In a startling announcement at the beginning of March, the Graduate Student Organizing Committee publicized that international students at several universities across the country, including NYU, have not received their tax returns. Many of these students also received letters from the IRS claiming that their 2014 taxes were not paid by the withholding agent, which, in this case, would be NYU. The students were asked to pay these taxes immediately as well as the financial penalties which resulted from the late payment.
Steinhardt sophomore Anne Pasek, an international student at NYU and GSOC member, shared her understanding of the problem at hand as well as NYU’s attempts to remedy the situation.
“This happened to me, several people I know at NYU and many international students in universities across the USA,” Pasek said. “My best understanding of the problem to date is that the IRS made some sort of error with its form constructions, resulting in an error hitting many — but not all — international students.”
Pasek also compared NYU’s poor handling of the situation to other schools with large populations of international students.
“Rice University, for example, has been communicating about the issue with all its students since December, and has provided several updates featuring qualified tax advice throughout the development of the problem,” Pasek said. “It’s deeply disappointing that NYU, who has one of the highest number of international students in the USA, would be so lax.”
Stern junior Justin Mainzer expressed disappointment that NYU has not taken a more active role in ensuring that students are not penalized for this mistake.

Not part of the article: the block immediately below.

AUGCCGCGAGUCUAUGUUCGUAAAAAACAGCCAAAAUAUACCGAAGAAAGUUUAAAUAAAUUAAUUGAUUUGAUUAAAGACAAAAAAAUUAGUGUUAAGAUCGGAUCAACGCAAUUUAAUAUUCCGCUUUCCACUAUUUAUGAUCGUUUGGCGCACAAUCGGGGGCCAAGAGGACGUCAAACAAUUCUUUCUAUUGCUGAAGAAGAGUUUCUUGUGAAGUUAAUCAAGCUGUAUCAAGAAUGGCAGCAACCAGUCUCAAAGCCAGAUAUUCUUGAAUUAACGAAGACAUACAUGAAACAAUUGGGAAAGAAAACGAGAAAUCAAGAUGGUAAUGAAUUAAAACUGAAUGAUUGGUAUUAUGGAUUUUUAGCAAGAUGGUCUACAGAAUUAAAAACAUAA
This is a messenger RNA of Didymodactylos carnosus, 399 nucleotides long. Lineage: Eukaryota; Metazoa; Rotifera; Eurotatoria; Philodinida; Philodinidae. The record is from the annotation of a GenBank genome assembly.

“It’s a shame to see how NYU has handled this, especially knowing that other schools have taken more active steps in keeping international students informed about this issue and trying to ensure there are as few penalties as possible,” Mainzer said.
International students are encumbered with meeting a multitude of requirements to successfully study abroad. Pasek described the additional burden this issue has presented.
“My reaction to the letter from the IRS was one of panic and dread,” Pasek said. “I knew that I had taken great pains to dutifully comply with the very complex requirements of international student tax reporting, and now it seemed that someone had failed to do the same.”
Tandon sophomore Chris Diggins remarked on the unnecessary burden this misunderstanding placed on the large population of international students here at NYU.
“I know NYU prides itself on having a plethora of international students, so it doesn’t make sense that they wouldn’t take this issue seriously,” Diggins said. “The school is so costly already, the last thing people want to be doing is pay additional fees.”
Email Kati Garrity at [email protected]